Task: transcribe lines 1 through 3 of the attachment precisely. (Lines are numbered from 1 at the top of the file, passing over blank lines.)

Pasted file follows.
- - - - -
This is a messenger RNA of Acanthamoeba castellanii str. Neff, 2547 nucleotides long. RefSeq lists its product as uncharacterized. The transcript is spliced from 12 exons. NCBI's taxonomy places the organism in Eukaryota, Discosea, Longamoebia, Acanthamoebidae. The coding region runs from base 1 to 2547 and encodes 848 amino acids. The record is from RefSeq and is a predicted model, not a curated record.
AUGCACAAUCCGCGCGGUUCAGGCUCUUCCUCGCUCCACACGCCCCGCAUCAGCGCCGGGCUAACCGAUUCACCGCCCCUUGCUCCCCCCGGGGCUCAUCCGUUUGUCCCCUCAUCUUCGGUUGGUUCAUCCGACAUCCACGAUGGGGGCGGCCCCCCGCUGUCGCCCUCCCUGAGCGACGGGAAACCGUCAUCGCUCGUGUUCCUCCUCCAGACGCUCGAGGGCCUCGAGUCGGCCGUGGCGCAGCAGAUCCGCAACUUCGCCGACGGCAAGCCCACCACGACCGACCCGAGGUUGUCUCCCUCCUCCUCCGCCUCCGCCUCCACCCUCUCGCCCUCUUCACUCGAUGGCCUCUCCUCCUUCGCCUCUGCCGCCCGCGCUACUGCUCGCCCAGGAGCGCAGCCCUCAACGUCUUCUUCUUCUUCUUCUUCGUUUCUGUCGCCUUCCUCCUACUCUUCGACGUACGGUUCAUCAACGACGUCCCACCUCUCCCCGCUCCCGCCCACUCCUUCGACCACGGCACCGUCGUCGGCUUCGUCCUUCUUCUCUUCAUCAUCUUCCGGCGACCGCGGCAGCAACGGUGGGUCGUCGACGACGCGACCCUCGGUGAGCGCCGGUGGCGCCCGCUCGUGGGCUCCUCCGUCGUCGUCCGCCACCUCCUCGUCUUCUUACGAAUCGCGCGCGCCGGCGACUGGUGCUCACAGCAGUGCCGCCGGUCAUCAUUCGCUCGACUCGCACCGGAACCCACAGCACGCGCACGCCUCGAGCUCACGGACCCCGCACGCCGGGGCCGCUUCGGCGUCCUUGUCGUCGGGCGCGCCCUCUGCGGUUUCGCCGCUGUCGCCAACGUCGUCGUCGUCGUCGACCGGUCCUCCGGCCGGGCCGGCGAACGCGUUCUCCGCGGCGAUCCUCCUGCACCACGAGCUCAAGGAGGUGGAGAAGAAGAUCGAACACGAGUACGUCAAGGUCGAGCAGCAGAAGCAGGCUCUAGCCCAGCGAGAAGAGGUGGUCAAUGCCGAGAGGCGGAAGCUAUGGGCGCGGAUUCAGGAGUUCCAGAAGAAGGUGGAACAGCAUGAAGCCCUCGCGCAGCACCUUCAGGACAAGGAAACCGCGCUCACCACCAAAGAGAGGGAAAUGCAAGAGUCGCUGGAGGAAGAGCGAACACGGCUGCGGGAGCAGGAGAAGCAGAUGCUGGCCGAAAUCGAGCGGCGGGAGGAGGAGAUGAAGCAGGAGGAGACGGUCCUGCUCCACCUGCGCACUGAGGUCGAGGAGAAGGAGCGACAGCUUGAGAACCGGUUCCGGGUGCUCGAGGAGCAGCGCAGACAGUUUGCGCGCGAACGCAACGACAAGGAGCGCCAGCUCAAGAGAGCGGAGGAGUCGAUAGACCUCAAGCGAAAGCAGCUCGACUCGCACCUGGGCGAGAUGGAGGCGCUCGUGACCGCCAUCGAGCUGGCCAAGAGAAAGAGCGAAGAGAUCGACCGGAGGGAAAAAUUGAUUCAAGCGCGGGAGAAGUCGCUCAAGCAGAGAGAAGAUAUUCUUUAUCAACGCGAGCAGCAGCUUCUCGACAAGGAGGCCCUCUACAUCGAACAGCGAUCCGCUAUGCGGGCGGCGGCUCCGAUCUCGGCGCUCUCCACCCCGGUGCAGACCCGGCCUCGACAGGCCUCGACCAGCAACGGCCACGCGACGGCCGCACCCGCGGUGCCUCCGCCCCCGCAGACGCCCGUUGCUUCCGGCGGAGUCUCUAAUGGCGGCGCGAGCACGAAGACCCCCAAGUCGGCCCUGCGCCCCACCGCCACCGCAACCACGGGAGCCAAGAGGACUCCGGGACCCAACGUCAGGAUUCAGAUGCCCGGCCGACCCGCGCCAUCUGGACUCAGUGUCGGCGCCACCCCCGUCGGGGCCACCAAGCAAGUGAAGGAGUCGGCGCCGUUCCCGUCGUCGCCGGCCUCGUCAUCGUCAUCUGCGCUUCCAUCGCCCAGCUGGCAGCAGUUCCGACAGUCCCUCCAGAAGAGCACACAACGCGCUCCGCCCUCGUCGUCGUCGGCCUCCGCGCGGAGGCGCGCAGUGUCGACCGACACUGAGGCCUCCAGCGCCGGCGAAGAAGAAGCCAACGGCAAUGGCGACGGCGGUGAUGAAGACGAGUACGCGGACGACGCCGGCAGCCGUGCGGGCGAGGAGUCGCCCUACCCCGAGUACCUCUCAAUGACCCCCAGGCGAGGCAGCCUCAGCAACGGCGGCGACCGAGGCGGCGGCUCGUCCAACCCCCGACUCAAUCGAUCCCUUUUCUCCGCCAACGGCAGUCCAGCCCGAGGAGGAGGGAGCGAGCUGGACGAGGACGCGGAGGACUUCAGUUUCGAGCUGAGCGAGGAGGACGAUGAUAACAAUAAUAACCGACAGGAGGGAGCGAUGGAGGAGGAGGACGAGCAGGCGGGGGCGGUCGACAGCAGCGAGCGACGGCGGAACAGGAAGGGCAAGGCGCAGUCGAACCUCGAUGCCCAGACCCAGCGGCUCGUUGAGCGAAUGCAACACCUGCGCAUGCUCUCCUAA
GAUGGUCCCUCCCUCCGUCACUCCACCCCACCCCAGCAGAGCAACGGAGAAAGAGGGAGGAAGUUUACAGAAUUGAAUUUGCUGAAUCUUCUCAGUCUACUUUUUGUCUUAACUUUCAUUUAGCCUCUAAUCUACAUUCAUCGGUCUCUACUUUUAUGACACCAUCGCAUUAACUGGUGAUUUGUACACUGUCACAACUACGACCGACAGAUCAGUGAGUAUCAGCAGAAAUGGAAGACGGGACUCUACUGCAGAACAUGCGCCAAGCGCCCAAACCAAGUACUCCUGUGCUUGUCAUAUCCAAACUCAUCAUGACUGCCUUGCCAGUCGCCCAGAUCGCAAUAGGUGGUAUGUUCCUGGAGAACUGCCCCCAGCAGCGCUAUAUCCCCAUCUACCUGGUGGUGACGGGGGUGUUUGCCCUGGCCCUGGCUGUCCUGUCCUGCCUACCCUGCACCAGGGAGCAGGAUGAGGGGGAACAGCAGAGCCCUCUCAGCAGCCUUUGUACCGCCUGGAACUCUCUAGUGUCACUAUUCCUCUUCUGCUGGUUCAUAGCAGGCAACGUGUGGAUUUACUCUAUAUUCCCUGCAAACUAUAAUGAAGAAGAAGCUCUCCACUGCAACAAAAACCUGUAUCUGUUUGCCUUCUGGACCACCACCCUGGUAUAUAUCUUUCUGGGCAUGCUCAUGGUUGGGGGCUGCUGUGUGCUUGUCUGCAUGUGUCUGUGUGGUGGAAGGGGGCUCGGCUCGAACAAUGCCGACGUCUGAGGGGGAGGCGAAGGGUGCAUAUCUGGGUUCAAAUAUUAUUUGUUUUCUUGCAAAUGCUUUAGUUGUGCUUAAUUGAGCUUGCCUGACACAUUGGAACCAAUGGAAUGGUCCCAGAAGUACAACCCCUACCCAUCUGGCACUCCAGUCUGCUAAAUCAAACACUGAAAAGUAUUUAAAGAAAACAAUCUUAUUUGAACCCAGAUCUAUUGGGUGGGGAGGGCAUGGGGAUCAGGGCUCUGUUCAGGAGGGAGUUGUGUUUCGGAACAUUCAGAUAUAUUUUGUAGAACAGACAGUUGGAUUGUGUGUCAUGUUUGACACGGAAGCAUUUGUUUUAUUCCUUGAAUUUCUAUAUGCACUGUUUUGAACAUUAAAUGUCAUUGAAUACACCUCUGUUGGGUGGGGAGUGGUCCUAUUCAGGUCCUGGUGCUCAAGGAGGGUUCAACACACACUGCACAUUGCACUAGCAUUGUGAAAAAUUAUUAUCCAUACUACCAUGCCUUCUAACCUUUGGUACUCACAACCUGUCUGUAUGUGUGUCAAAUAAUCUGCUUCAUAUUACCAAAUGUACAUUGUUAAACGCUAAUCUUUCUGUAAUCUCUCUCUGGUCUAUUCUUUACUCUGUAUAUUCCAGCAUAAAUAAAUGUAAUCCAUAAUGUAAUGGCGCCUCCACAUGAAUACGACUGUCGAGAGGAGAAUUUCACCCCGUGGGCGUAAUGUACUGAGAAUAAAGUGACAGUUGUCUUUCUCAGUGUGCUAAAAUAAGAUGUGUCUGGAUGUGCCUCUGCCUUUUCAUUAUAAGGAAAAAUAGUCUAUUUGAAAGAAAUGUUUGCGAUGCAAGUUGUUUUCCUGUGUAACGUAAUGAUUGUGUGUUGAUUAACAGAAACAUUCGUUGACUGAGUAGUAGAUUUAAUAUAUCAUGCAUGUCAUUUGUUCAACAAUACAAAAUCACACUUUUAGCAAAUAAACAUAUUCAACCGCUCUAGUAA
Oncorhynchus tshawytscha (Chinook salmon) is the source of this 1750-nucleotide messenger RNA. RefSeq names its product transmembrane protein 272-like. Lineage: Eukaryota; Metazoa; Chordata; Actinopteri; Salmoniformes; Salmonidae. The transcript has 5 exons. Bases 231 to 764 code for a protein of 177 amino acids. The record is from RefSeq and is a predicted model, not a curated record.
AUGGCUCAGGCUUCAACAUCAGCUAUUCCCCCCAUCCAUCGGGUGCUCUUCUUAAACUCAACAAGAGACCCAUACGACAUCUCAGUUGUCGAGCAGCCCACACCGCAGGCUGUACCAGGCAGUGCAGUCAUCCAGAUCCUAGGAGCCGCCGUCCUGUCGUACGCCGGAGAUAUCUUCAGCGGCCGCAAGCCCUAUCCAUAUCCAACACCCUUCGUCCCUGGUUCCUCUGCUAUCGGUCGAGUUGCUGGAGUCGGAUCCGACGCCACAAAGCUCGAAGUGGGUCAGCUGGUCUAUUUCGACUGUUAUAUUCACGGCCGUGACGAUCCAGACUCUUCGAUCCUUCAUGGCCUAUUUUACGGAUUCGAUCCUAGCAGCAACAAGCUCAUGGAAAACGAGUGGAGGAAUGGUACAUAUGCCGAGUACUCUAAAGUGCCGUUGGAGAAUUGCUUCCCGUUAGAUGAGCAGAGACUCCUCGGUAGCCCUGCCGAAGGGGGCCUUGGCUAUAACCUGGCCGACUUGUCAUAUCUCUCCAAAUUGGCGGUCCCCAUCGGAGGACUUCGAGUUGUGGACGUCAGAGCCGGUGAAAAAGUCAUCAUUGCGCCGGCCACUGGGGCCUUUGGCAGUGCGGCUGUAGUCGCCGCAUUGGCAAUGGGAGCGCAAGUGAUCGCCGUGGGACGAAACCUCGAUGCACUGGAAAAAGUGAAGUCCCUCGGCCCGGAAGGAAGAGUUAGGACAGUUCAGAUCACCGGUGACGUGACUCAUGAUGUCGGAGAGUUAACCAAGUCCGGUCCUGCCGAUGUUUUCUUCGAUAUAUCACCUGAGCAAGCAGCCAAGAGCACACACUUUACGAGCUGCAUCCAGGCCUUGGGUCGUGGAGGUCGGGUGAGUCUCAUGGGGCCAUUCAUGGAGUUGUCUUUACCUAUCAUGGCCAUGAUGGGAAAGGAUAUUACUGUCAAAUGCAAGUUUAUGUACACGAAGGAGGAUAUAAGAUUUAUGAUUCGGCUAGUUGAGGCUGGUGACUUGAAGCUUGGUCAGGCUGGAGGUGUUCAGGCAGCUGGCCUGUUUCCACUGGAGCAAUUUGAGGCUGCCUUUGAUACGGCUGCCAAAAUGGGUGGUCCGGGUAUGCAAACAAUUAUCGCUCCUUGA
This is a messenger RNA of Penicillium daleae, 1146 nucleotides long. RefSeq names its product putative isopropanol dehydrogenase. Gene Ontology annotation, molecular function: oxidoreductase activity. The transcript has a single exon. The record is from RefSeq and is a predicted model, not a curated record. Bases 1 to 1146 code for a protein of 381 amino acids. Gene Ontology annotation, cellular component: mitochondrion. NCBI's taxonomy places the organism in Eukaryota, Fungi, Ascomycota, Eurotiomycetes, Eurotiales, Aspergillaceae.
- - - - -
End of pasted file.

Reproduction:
This is a messenger RNA of Acanthamoeba castellanii str. Neff, 2547 nucleotides long. RefSeq lists its product as uncharacterized. The transcript is spliced from 12 exons. NCBI's taxonomy places the organism in Eukaryota, Discosea, Longamoebia, Acanthamoebidae. The coding region runs from base 1 to 2547 and encodes 848 amino acids. The record is from RefSeq and is a predicted model, not a curated record.
AUGCACAAUCCGCGCGGUUCAGGCUCUUCCUCGCUCCACACGCCCCGCAUCAGCGCCGGGCUAACCGAUUCACCGCCCCUUGCUCCCCCCGGGGCUCAUCCGUUUGUCCCCUCAUCUUCGGUUGGUUCAUCCGACAUCCACGAUGGGGGCGGCCCCCCGCUGUCGCCCUCCCUGAGCGACGGGAAACCGUCAUCGCUCGUGUUCCUCCUCCAGACGCUCGAGGGCCUCGAGUCGGCCGUGGCGCAGCAGAUCCGCAACUUCGCCGACGGCAAGCCCACCACGACCGACCCGAGGUUGUCUCCCUCCUCCUCCGCCUCCGCCUCCACCCUCUCGCCCUCUUCACUCGAUGGCCUCUCCUCCUUCGCCUCUGCCGCCCGCGCUACUGCUCGCCCAGGAGCGCAGCCCUCAACGUCUUCUUCUUCUUCUUCUUCGUUUCUGUCGCCUUCCUCCUACUCUUCGACGUACGGUUCAUCAACGACGUCCCACCUCUCCCCGCUCCCGCCCACUCCUUCGACCACGGCACCGUCGUCGGCUUCGUCCUUCUUCUCUUCAUCAUCUUCCGGCGACCGCGGCAGCAACGGUGGGUCGUCGACGACGCGACCCUCGGUGAGCGCCGGUGGCGCCCGCUCGUGGGCUCCUCCGUCGUCGUCCGCCACCUCCUCGUCUUCUUACGAAUCGCGCGCGCCGGCGACUGGUGCUCACAGCAGUGCCGCCGGUCAUCAUUCGCUCGACUCGCACCGGAACCCACAGCACGCGCACGCCUCGAGCUCACGGACCCCGCACGCCGGGGCCGCUUCGGCGUCCUUGUCGUCGGGCGCGCCCUCUGCGGUUUCGCCGCUGUCGCCAACGUCGUCGUCGUCGUCGACCGGUCCUCCGGCCGGGCCGGCGAACGCGUUCUCCGCGGCGAUCCUCCUGCACCACGAGCUCAAGGAGGUGGAGAAGAAGAUCGAACACGAGUACGUCAAGGUCGAGCAGCAGAAGCAGGCUCUAGCCCAGCGAGAAGAGGUGGUCAAUGCCGAGAGGCGGAAGCUAUGGGCGCGGAUUCAGGAGUUCCAGAAGAAGGUGGAACAGCAUGAAGCCCUCGCGCAGCACCUUCAGGACAAGGAAACCGCGCUCACCACCAAAGAGAGGGAAAUGCAAGAGUCGCUGGAGGAAGAGCGAACACGGCUGCGGGAGCAGGAGAAGCAGAUGCUGGCCGAAAUCGAGCGGCGGGAGGAGGAGAUGAAGCAGGAGGAGACGGUCCUGCUCCACCUGCGCACUGAGGUCGAGGAGAAGGAGCGACAGCUUGAGAACCGGUUCCGGGUGCUCGAGGAGCAGCGCAGACAGUUUGCGCGCGAACGCAACGACAAGGAGCGCCAGCUCAAGAGAGCGGAGGAGUCGAUAGACCUCAAGCGAAAGCAGCUCGACUCGCACCUGGGCGAGAUGGAGGCGCUCGUGACCGCCAUCGAGCUGGCCAAGAGAAAGAGCGAAGAGAUCGACCGGAGGGAAAAAUUGAUUCAAGCGCGGGAGAAGUCGCUCAAGCAGAGAGAAGAUAUUCUUUAUCAACGCGAGCAGCAGCUUCUCGACAAGGAGGCCCUCUACAUCGAACAGCGAUCCGCUAUGCGGGCGGCGGCUCCGAUCUCGGCGCUCUCCACCCCGGUGCAGACCCGGCCUCGACAGGCCUCGACCAGCAACGGCCACGCGACGGCCGCACCCGCGGUGCCUCCGCCCCCGCAGACGCCCGUUGCUUCCGGCGGAGUCUCUAAUGGCGGCGCGAGCACGAAGACCCCCAAGUCGGCCCUGCGCCCCACCGCCACCGCAACCACGGGAGCCAAGAGGACUCCGGGACCCAACGUCAGGAUUCAGAUGCCCGGCCGACCCGCGCCAUCUGGACUCAGUGUCGGCGCCACCCCCGUCGGGGCCACCAAGCAAGUGAAGGAGUCGGCGCCGUUCCCGUCGUCGCCGGCCUCGUCAUCGUCAUCUGCGCUUCCAUCGCCCAGCUGGCAGCAGUUCCGACAGUCCCUCCAGAAGAGCACACAACGCGCUCCGCCCUCGUCGUCGUCGGCCUCCGCGCGGAGGCGCGCAGUGUCGACCGACACUGAGGCCUCCAGCGCCGGCGAAGAAGAAGCCAACGGCAAUGGCGACGGCGGUGAUGAAGACGAGUACGCGGACGACGCCGGCAGCCGUGCGGGCGAGGAGUCGCCCUACCCCGAGUACCUCUCAAUGACCCCCAGGCGAGGCAGCCUCAGCAACGGCGGCGACCGAGGCGGCGGCUCGUCCAACCCCCGACUCAAUCGAUCCCUUUUCUCCGCCAACGGCAGUCCAGCCCGAGGAGGAGGGAGCGAGCUGGACGAGGACGCGGAGGACUUCAGUUUCGAGCUGAGCGAGGAGGACGAUGAUAACAAUAAUAACCGACAGGAGGGAGCGAUGGAGGAGGAGGACGAGCAGGCGGGGGCGGUCGACAGCAGCGAGCGACGGCGGAACAGGAAGGGCAAGGCGCAGUCGAACCUCGAUGCCCAGACCCAGCGGCUCGUUGAGCGAAUGCAACACCUGCGCAUGCUCUCCUAA
GAUGGUCCCUCCCUCCGUCACUCCACCCCACCCCAGCAGAGCAACGGAGAAAGAGGGAGGAAGUUUACAGAAUUGAAUUUGCUGAAUCUUCUCAGUCUACUUUUUGUCUUAACUUUCAUUUAGCCUCUAAUCUACAUUCAUCGGUCUCUACUUUUAUGACACCAUCGCAUUAACUGGUGAUUUGUACACUGUCACAACUACGACCGACAGAUCAGUGAGUAUCAGCAGAAAUGGAAGACGGGACUCUACUGCAGAACAUGCGCCAAGCGCCCAAACCAAGUACUCCUGUGCUUGUCAUAUCCAAACUCAUCAUGACUGCCUUGCCAGUCGCCCAGAUCGCAAUAGGUGGUAUGUUCCUGGAGAACUGCCCCCAGCAGCGCUAUAUCCCCAUCUACCUGGUGGUGACGGGGGUGUUUGCCCUGGCCCUGGCUGUCCUGUCCUGCCUACCCUGCACCAGGGAGCAGGAUGAGGGGGAACAGCAGAGCCCUCUCAGCAGCCUUUGUACCGCCUGGAACUCUCUAGUGUCACUAUUCCUCUUCUGCUGGUUCAUAGCAGGCAACGUGUGGAUUUACUCUAUAUUCCCUGCAAACUAUAAUGAAGAAGAAGCUCUCCACUGCAACAAAAACCUGUAUCUGUUUGCCUUCUGGACCACCACCCUGGUAUAUAUCUUUCUGGGCAUGCUCAUGGUUGGGGGCUGCUGUGUGCUUGUCUGCAUGUGUCUGUGUGGUGGAAGGGGGCUCGGCUCGAACAAUGCCGACGUCUGAGGGGGAGGCGAAGGGUGCAUAUCUGGGUUCAAAUAUUAUUUGUUUUCUUGCAAAUGCUUUAGUUGUGCUUAAUUGAGCUUGCCUGACACAUUGGAACCAAUGGAAUGGUCCCAGAAGUACAACCCCUACCCAUCUGGCACUCCAGUCUGCUAAAUCAAACACUGAAAAGUAUUUAAAGAAAACAAUCUUAUUUGAACCCAGAUCUAUUGGGUGGGGAGGGCAUGGGGAUCAGGGCUCUGUUCAGGAGGGAGUUGUGUUUCGGAACAUUCAGAUAUAUUUUGUAGAACAGACAGUUGGAUUGUGUGUCAUGUUUGACACGGAAGCAUUUGUUUUAUUCCUUGAAUUUCUAUAUGCACUGUUUUGAACAUUAAAUGUCAUUGAAUACACCUCUGUUGGGUGGGGAGUGGUCCUAUUCAGGUCCUGGUGCUCAAGGAGGGUUCAACACACACUGCACAUUGCACUAGCAUUGUGAAAAAUUAUUAUCCAUACUACCAUGCCUUCUAACCUUUGGUACUCACAACCUGUCUGUAUGUGUGUCAAAUAAUCUGCUUCAUAUUACCAAAUGUACAUUGUUAAACGCUAAUCUUUCUGUAAUCUCUCUCUGGUCUAUUCUUUACUCUGUAUAUUCCAGCAUAAAUAAAUGUAAUCCAUAAUGUAAUGGCGCCUCCACAUGAAUACGACUGUCGAGAGGAGAAUUUCACCCCGUGGGCGUAAUGUACUGAGAAUAAAGUGACAGUUGUCUUUCUCAGUGUGCUAAAAUAAGAUGUGUCUGGAUGUGCCUCUGCCUUUUCAUUAUAAGGAAAAAUAGUCUAUUUGAAAGAAAUGUUUGCGAUGCAAGUUGUUUUCCUGUGUAACGUAAUGAUUGUGUGUUGAUUAACAGAAACAUUCGUUGACUGAGUAGUAGAUUUAAUAUAUCAUGCAUGUCAUUUGUUCAACAAUACAAAAUCACACUUUUAGCAAAUAAACAUAUUCAACCGCUCUAGUAA